Residents of a Spanish town whose name translates as ‘Camp Kill Jews’ have voted to change its moniker.
The name of the northern village - Castrillo Matajudios – dates back to the period after Catholic monarchs King Ferdinand and Queen Isabella ordered the expulsion of Jews in 1492.
The campaign to change the name was led by the town’s mayor Lorenzo Rodriguez, who told Haaretz on 25 May: “We’ve been labelled as being a village where Jewish people are killed, accused of being anti-Semitic.
Castrillo Matajudios no more: Residents have voted to change the name
“The reality is this is a village descended from a Jewish community.”
On Sunday residents voted 29-19 in favour of scrapping the centuries-old name, in favour of Castrillo Motajudios, or Hill of Jews, the Times of Israel reported.
The town hall will review the vote on 3 June before launching the paperwork for the name change – a process which could take up to a year.
“When the change is approved I think it will be a turning point,” Rodriguez told AFP.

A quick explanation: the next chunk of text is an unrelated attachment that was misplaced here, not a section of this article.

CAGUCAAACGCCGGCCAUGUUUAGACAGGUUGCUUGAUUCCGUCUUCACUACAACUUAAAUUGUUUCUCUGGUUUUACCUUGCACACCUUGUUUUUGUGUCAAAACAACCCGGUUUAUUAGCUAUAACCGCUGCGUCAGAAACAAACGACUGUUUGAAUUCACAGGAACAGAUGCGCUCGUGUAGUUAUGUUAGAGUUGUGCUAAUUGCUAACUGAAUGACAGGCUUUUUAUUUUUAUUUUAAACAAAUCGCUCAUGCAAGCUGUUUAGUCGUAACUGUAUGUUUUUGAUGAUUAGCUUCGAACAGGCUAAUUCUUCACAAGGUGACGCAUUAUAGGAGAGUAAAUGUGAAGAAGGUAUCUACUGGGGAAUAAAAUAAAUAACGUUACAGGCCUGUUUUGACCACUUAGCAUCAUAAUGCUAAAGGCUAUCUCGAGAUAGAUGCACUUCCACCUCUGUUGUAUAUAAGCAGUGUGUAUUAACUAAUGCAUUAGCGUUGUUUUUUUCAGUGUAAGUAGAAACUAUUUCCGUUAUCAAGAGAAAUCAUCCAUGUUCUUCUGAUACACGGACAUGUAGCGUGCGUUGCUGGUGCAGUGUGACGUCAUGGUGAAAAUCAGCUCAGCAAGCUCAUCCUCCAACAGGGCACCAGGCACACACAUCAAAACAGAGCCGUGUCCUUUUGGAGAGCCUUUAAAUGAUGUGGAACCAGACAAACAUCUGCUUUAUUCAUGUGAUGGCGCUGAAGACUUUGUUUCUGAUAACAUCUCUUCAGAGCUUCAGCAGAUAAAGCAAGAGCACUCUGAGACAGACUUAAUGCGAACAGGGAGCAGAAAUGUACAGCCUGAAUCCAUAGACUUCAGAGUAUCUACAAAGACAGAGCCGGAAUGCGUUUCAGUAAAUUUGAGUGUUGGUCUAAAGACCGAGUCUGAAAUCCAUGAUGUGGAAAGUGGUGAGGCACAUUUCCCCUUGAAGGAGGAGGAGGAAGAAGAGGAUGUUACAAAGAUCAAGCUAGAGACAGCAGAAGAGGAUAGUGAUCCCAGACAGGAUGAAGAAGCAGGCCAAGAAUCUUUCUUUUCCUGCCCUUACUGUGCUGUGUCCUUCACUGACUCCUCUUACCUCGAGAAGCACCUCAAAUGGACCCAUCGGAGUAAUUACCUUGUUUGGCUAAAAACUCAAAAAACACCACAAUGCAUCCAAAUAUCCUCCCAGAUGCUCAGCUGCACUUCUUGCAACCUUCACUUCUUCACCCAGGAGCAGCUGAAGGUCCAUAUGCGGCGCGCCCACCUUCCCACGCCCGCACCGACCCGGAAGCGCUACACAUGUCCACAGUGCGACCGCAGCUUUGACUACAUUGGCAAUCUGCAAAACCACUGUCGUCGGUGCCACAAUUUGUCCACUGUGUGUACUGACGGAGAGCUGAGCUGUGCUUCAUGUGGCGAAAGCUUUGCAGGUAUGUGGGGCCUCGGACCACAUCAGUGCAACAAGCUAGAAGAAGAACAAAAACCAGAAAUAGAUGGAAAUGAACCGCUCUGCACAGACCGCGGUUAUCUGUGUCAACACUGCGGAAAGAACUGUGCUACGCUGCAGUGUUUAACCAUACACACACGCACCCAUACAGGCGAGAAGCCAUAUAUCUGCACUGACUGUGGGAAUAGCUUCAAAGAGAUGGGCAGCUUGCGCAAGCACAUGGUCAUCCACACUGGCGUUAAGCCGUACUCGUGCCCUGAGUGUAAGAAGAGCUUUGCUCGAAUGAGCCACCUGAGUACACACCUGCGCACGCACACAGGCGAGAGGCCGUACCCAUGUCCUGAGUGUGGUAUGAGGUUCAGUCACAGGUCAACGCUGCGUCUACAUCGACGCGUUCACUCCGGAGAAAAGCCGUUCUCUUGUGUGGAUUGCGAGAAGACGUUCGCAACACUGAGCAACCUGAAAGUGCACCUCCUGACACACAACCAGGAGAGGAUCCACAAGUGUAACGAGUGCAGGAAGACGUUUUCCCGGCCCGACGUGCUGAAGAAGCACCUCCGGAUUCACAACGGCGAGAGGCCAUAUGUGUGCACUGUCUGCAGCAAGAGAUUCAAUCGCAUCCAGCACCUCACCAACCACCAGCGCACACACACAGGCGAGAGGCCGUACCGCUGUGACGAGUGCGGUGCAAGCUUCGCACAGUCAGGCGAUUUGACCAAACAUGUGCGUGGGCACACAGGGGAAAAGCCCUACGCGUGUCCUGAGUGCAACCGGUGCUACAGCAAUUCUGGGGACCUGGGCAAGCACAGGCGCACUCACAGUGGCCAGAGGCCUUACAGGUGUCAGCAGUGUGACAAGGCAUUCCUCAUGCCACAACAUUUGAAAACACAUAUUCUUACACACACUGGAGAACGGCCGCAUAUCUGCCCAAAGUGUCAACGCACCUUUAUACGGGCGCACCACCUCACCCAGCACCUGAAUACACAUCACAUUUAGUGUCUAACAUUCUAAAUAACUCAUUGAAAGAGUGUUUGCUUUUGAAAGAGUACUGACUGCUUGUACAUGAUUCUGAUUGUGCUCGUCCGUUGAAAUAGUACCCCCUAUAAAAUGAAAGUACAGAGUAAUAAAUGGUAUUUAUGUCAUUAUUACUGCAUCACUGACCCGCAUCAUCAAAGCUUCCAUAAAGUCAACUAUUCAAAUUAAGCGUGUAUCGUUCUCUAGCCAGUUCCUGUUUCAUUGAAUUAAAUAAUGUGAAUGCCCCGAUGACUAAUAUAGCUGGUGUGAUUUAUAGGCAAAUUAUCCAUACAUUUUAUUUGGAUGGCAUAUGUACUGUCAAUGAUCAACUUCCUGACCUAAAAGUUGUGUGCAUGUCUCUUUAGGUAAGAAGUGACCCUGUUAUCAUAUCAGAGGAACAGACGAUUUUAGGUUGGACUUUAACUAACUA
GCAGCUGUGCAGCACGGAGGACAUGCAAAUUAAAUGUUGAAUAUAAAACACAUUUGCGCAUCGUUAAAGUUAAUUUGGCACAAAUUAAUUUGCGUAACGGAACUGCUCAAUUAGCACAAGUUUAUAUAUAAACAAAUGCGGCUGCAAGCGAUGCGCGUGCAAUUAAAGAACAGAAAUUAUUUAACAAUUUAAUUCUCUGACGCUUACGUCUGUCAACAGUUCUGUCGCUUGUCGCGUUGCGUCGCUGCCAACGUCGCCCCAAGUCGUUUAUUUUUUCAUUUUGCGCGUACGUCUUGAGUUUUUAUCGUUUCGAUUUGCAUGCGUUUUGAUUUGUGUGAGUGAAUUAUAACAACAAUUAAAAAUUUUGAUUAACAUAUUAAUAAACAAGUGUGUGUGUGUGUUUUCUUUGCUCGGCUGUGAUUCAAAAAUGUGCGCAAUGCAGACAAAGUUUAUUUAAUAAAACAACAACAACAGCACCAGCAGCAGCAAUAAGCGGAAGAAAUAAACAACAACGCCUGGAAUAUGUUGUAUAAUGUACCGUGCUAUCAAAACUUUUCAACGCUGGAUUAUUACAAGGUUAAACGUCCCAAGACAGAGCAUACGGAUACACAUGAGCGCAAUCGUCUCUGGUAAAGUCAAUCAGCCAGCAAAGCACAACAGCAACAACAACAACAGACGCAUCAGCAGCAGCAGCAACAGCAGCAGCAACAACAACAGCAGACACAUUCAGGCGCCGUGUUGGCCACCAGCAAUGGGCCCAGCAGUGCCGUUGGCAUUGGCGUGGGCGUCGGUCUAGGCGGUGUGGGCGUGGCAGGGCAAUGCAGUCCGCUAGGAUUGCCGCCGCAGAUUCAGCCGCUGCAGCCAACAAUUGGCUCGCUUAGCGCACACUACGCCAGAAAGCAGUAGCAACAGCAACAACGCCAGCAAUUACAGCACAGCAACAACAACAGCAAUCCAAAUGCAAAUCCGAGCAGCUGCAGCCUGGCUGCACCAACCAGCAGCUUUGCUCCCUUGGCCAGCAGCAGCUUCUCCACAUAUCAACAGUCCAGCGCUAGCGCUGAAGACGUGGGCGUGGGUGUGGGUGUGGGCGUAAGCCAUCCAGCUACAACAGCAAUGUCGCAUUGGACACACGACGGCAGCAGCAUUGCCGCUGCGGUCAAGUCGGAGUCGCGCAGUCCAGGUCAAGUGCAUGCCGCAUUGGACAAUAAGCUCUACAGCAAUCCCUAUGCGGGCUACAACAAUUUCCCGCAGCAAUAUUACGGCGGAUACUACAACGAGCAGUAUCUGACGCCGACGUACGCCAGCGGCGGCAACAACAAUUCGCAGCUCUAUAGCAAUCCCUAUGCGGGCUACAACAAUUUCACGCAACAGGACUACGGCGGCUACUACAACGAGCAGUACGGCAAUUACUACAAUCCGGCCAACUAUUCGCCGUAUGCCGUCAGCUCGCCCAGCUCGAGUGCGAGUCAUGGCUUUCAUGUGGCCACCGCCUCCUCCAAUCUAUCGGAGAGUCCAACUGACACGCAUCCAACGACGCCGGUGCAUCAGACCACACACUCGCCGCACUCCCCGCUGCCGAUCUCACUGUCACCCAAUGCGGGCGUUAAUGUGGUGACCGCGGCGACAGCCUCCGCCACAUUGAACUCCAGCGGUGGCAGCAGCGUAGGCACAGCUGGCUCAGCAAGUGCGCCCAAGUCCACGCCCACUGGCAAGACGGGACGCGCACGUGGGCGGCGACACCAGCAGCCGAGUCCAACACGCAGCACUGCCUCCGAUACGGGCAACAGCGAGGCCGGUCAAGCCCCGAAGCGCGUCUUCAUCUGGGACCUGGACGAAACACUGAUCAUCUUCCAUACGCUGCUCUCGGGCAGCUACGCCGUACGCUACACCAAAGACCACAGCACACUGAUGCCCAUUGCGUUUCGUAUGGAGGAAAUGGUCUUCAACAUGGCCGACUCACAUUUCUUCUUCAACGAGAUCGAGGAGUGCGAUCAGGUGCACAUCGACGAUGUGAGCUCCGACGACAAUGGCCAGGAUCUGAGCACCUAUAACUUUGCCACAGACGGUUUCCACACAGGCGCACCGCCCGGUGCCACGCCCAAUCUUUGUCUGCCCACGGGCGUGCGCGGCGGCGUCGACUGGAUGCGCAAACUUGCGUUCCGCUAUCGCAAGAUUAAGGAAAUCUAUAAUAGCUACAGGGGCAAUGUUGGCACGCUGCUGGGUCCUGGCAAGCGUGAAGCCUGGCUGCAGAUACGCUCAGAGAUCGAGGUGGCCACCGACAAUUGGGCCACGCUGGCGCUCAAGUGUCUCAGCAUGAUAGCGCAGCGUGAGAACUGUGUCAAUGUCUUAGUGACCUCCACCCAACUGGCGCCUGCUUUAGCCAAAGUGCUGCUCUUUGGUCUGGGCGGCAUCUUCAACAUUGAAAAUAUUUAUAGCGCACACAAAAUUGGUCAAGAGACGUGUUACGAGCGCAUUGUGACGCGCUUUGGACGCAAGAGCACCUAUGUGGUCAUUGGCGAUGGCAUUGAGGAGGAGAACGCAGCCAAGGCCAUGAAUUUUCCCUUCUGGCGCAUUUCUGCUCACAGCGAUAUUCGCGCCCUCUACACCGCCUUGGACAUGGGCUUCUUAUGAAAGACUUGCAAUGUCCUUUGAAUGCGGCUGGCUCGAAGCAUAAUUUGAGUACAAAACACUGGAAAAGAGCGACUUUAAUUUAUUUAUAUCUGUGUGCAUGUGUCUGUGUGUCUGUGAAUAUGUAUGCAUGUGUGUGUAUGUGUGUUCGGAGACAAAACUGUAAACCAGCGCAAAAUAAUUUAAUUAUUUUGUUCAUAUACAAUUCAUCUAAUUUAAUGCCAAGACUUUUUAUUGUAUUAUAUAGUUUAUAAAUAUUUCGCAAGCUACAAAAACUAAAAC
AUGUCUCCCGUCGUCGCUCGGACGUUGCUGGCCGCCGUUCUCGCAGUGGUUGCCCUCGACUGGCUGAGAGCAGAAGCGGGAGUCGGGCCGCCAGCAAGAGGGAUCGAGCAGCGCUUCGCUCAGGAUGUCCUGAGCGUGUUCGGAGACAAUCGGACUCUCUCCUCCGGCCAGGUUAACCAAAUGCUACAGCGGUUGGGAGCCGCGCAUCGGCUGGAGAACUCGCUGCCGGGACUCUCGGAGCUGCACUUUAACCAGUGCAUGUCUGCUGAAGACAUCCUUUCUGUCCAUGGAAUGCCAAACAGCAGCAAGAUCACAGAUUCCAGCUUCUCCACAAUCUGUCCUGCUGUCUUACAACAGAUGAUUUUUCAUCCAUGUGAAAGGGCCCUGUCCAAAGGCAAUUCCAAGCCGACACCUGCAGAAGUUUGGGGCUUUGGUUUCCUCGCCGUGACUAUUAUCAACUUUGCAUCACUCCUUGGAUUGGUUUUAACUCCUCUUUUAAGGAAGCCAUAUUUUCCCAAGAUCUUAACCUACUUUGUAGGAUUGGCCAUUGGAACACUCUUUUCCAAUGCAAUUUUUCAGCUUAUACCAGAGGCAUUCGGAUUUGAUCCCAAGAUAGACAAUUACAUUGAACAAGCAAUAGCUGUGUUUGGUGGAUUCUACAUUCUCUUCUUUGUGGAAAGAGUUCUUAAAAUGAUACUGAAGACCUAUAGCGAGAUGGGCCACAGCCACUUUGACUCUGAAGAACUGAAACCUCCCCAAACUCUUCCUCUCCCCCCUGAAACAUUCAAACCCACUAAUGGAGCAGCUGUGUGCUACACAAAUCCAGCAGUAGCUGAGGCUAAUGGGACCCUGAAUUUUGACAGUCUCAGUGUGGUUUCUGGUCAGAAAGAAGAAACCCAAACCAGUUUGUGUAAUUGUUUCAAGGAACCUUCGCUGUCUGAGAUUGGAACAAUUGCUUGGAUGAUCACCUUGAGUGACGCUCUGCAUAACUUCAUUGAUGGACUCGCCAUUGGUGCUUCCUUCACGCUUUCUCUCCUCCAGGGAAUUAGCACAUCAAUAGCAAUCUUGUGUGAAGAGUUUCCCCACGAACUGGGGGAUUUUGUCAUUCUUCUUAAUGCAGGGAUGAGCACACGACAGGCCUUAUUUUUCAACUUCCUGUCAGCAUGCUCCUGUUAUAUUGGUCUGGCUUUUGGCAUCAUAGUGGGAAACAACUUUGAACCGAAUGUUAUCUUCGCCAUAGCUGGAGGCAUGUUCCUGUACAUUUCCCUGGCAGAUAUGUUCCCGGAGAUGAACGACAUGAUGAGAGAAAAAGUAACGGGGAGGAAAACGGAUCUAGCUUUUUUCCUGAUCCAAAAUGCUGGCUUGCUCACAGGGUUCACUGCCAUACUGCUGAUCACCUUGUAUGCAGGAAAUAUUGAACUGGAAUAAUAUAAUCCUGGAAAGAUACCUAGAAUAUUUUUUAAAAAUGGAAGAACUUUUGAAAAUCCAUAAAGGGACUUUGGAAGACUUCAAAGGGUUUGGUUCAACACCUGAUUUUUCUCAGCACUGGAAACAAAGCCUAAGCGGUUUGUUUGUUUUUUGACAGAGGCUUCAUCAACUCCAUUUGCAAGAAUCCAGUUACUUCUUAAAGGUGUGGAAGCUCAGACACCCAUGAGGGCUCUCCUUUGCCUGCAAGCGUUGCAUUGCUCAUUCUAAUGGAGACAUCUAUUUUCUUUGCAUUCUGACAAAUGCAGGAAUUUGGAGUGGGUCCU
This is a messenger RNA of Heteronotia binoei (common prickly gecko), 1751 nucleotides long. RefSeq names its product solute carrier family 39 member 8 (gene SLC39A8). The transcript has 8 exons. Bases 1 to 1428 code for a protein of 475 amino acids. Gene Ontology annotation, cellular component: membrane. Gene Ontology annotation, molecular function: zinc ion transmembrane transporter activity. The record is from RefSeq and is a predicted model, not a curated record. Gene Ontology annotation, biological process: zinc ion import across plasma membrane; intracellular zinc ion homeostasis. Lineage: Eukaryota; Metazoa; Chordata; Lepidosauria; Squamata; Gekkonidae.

He added: “When you travel elsewhere, you always have to explain, because people say ‘You kill Jews in Castrillo’.
“It makes no sense because we are descended from a Jewish community. We have a star of David on our coat of arms.”
The town was originally called Castrillo Motajudios, or ‘Hill of the Jews’, becoming ‘Mata’ in the early 17th century.
The change reflected the shadow cast by the Inquisition of 1492, when the Jews of Spain and Portugal were expelled following decades of forced conversions and burnings at the stake, Haaretz writes.
Speaking to Spanish daily newspaper Diario de Burgos in April, Rodriguez explained the original name came after a number of Jewish people were massacred in nearby Castrojeriz in 1035, prompting survivors to move to Castrillo Hill. A second massacre occurred there in 1109.